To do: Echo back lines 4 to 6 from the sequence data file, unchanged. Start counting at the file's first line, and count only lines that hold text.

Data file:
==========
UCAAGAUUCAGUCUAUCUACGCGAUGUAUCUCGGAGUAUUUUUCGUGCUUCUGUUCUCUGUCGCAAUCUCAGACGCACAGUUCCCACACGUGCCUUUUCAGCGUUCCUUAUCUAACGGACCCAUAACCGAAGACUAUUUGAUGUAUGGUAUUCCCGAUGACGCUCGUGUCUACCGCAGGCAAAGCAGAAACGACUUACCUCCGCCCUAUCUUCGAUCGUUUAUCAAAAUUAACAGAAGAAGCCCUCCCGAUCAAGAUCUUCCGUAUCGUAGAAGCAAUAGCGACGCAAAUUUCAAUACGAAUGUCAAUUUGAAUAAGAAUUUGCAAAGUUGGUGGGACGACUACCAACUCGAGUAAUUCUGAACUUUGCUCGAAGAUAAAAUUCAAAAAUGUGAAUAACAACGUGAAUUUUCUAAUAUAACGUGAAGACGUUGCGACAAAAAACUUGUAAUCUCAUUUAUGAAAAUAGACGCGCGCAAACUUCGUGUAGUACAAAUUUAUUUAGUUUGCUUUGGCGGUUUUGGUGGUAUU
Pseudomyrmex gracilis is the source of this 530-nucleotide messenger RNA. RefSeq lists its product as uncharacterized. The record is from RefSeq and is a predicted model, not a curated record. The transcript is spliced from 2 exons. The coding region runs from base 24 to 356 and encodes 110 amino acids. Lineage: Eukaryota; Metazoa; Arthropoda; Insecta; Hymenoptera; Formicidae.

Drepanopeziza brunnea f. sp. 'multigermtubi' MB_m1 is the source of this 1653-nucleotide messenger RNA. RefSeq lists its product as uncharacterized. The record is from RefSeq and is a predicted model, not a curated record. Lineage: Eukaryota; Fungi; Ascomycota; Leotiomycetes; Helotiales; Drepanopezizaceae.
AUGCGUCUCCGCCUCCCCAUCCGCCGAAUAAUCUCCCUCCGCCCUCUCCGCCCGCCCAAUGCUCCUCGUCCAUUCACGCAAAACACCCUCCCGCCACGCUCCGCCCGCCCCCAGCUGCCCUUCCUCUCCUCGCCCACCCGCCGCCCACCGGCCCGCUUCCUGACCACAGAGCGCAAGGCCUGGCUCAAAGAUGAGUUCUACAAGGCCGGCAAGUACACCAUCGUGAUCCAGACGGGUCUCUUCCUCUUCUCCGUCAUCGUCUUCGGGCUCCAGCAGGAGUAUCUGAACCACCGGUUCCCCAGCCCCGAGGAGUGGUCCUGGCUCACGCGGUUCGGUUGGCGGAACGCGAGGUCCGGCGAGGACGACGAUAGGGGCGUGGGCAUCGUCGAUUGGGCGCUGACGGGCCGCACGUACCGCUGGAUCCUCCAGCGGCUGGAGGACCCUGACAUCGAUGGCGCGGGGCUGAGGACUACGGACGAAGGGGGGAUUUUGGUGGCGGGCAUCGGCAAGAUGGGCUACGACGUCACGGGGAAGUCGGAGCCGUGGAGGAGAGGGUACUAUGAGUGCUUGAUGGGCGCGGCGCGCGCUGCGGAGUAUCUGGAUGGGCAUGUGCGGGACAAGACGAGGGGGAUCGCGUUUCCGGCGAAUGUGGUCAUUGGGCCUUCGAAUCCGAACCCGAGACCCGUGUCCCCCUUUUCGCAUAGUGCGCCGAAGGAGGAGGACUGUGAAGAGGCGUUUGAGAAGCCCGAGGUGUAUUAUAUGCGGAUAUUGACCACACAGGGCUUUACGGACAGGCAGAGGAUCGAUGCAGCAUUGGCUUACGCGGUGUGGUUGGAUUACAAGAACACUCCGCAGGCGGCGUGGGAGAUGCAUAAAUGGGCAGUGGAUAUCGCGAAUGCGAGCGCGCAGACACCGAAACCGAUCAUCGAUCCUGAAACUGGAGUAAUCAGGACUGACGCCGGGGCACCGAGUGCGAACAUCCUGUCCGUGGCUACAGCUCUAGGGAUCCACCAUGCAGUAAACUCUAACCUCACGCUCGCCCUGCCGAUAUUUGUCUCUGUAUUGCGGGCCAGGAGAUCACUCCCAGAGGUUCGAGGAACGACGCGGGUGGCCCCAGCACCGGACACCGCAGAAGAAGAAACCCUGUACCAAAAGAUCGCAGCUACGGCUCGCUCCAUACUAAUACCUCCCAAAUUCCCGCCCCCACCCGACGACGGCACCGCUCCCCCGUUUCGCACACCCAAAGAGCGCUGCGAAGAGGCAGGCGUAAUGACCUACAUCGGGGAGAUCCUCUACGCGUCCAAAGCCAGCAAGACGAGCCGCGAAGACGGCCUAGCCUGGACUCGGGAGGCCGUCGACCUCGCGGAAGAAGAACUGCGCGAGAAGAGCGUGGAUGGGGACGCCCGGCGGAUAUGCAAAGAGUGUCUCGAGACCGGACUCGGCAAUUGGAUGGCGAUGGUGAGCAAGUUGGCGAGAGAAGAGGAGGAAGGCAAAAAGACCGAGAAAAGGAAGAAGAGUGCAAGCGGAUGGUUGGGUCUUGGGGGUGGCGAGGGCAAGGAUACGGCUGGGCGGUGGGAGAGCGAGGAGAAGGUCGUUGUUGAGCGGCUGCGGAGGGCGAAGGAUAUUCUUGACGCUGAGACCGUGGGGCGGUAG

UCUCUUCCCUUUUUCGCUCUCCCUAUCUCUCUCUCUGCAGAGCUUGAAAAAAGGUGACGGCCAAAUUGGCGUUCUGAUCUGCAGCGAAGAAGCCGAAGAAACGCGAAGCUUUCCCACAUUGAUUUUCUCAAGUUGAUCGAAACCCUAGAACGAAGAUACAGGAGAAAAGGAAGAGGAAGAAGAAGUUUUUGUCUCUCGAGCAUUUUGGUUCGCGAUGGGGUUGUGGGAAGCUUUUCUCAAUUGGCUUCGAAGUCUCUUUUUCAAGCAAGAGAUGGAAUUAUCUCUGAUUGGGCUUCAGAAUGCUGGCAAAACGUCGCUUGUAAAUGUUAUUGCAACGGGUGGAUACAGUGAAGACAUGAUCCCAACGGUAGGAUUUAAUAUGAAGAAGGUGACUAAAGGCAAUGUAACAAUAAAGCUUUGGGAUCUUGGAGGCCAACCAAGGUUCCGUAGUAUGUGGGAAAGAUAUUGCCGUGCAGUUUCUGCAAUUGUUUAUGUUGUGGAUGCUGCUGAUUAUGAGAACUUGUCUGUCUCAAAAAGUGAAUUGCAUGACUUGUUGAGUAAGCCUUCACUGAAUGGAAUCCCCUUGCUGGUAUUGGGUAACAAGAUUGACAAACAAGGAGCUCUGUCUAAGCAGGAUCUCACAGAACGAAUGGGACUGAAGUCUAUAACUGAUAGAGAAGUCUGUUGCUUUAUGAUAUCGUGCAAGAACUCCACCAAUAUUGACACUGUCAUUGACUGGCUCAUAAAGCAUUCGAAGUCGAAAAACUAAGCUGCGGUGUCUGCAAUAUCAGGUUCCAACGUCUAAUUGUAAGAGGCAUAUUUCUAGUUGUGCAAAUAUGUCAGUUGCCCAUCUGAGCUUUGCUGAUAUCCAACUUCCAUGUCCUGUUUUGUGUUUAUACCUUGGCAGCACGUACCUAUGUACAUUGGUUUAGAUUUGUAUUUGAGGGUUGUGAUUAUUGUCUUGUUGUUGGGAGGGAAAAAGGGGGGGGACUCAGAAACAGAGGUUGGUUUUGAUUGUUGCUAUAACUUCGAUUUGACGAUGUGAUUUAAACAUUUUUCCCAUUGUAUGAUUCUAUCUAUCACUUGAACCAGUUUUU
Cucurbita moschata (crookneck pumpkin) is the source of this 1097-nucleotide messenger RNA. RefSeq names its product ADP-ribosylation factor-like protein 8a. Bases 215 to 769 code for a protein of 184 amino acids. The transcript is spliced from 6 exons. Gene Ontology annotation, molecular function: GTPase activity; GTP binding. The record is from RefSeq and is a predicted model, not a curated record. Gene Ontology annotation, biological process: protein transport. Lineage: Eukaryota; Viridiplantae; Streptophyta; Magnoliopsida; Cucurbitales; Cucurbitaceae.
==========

AUGCGUCUCCGCCUCCCCAUCCGCCGAAUAAUCUCCCUCCGCCCUCUCCGCCCGCCCAAUGCUCCUCGUCCAUUCACGCAAAACACCCUCCCGCCACGCUCCGCCCGCCCCCAGCUGCCCUUCCUCUCCUCGCCCACCCGCCGCCCACCGGCCCGCUUCCUGACCACAGAGCGCAAGGCCUGGCUCAAAGAUGAGUUCUACAAGGCCGGCAAGUACACCAUCGUGAUCCAGACGGGUCUCUUCCUCUUCUCCGUCAUCGUCUUCGGGCUCCAGCAGGAGUAUCUGAACCACCGGUUCCCCAGCCCCGAGGAGUGGUCCUGGCUCACGCGGUUCGGUUGGCGGAACGCGAGGUCCGGCGAGGACGACGAUAGGGGCGUGGGCAUCGUCGAUUGGGCGCUGACGGGCCGCACGUACCGCUGGAUCCUCCAGCGGCUGGAGGACCCUGACAUCGAUGGCGCGGGGCUGAGGACUACGGACGAAGGGGGGAUUUUGGUGGCGGGCAUCGGCAAGAUGGGCUACGACGUCACGGGGAAGUCGGAGCCGUGGAGGAGAGGGUACUAUGAGUGCUUGAUGGGCGCGGCGCGCGCUGCGGAGUAUCUGGAUGGGCAUGUGCGGGACAAGACGAGGGGGAUCGCGUUUCCGGCGAAUGUGGUCAUUGGGCCUUCGAAUCCGAACCCGAGACCCGUGUCCCCCUUUUCGCAUAGUGCGCCGAAGGAGGAGGACUGUGAAGAGGCGUUUGAGAAGCCCGAGGUGUAUUAUAUGCGGAUAUUGACCACACAGGGCUUUACGGACAGGCAGAGGAUCGAUGCAGCAUUGGCUUACGCGGUGUGGUUGGAUUACAAGAACACUCCGCAGGCGGCGUGGGAGAUGCAUAAAUGGGCAGUGGAUAUCGCGAAUGCGAGCGCGCAGACACCGAAACCGAUCAUCGAUCCUGAAACUGGAGUAAUCAGGACUGACGCCGGGGCACCGAGUGCGAACAUCCUGUCCGUGGCUACAGCUCUAGGGAUCCACCAUGCAGUAAACUCUAACCUCACGCUCGCCCUGCCGAUAUUUGUCUCUGUAUUGCGGGCCAGGAGAUCACUCCCAGAGGUUCGAGGAACGACGCGGGUGGCCCCAGCACCGGACACCGCAGAAGAAGAAACCCUGUACCAAAAGAUCGCAGCUACGGCUCGCUCCAUACUAAUACCUCCCAAAUUCCCGCCCCCACCCGACGACGGCACCGCUCCCCCGUUUCGCACACCCAAAGAGCGCUGCGAAGAGGCAGGCGUAAUGACCUACAUCGGGGAGAUCCUCUACGCGUCCAAAGCCAGCAAGACGAGCCGCGAAGACGGCCUAGCCUGGACUCGGGAGGCCGUCGACCUCGCGGAAGAAGAACUGCGCGAGAAGAGCGUGGAUGGGGACGCCCGGCGGAUAUGCAAAGAGUGUCUCGAGACCGGACUCGGCAAUUGGAUGGCGAUGGUGAGCAAGUUGGCGAGAGAAGAGGAGGAAGGCAAAAAGACCGAGAAAAGGAAGAAGAGUGCAAGCGGAUGGUUGGGUCUUGGGGGUGGCGAGGGCAAGGAUACGGCUGGGCGGUGGGAGAGCGAGGAGAAGGUCGUUGUUGAGCGGCUGCGGAGGGCGAAGGAUAUUCUUGACGCUGAGACCGUGGGGCGGUAG

UCUCUUCCCUUUUUCGCUCUCCCUAUCUCUCUCUCUGCAGAGCUUGAAAAAAGGUGACGGCCAAAUUGGCGUUCUGAUCUGCAGCGAAGAAGCCGAAGAAACGCGAAGCUUUCCCACAUUGAUUUUCUCAAGUUGAUCGAAACCCUAGAACGAAGAUACAGGAGAAAAGGAAGAGGAAGAAGAAGUUUUUGUCUCUCGAGCAUUUUGGUUCGCGAUGGGGUUGUGGGAAGCUUUUCUCAAUUGGCUUCGAAGUCUCUUUUUCAAGCAAGAGAUGGAAUUAUCUCUGAUUGGGCUUCAGAAUGCUGGCAAAACGUCGCUUGUAAAUGUUAUUGCAACGGGUGGAUACAGUGAAGACAUGAUCCCAACGGUAGGAUUUAAUAUGAAGAAGGUGACUAAAGGCAAUGUAACAAUAAAGCUUUGGGAUCUUGGAGGCCAACCAAGGUUCCGUAGUAUGUGGGAAAGAUAUUGCCGUGCAGUUUCUGCAAUUGUUUAUGUUGUGGAUGCUGCUGAUUAUGAGAACUUGUCUGUCUCAAAAAGUGAAUUGCAUGACUUGUUGAGUAAGCCUUCACUGAAUGGAAUCCCCUUGCUGGUAUUGGGUAACAAGAUUGACAAACAAGGAGCUCUGUCUAAGCAGGAUCUCACAGAACGAAUGGGACUGAAGUCUAUAACUGAUAGAGAAGUCUGUUGCUUUAUGAUAUCGUGCAAGAACUCCACCAAUAUUGACACUGUCAUUGACUGGCUCAUAAAGCAUUCGAAGUCGAAAAACUAAGCUGCGGUGUCUGCAAUAUCAGGUUCCAACGUCUAAUUGUAAGAGGCAUAUUUCUAGUUGUGCAAAUAUGUCAGUUGCCCAUCUGAGCUUUGCUGAUAUCCAACUUCCAUGUCCUGUUUUGUGUUUAUACCUUGGCAGCACGUACCUAUGUACAUUGGUUUAGAUUUGUAUUUGAGGGUUGUGAUUAUUGUCUUGUUGUUGGGAGGGAAAAAGGGGGGGGACUCAGAAACAGAGGUUGGUUUUGAUUGUUGCUAUAACUUCGAUUUGACGAUGUGAUUUAAACAUUUUUCCCAUUGUAUGAUUCUAUCUAUCACUUGAACCAGUUUUU
Cucurbita moschata (crookneck pumpkin) is the source of this 1097-nucleotide messenger RNA. RefSeq names its product ADP-ribosylation factor-like protein 8a. Bases 215 to 769 code for a protein of 184 amino acids. The transcript is spliced from 6 exons. Gene Ontology annotation, molecular function: GTPase activity; GTP binding. The record is from RefSeq and is a predicted model, not a curated record. Gene Ontology annotation, biological process: protein transport. Lineage: Eukaryota; Viridiplantae; Streptophyta; Magnoliopsida; Cucurbitales; Cucurbitaceae.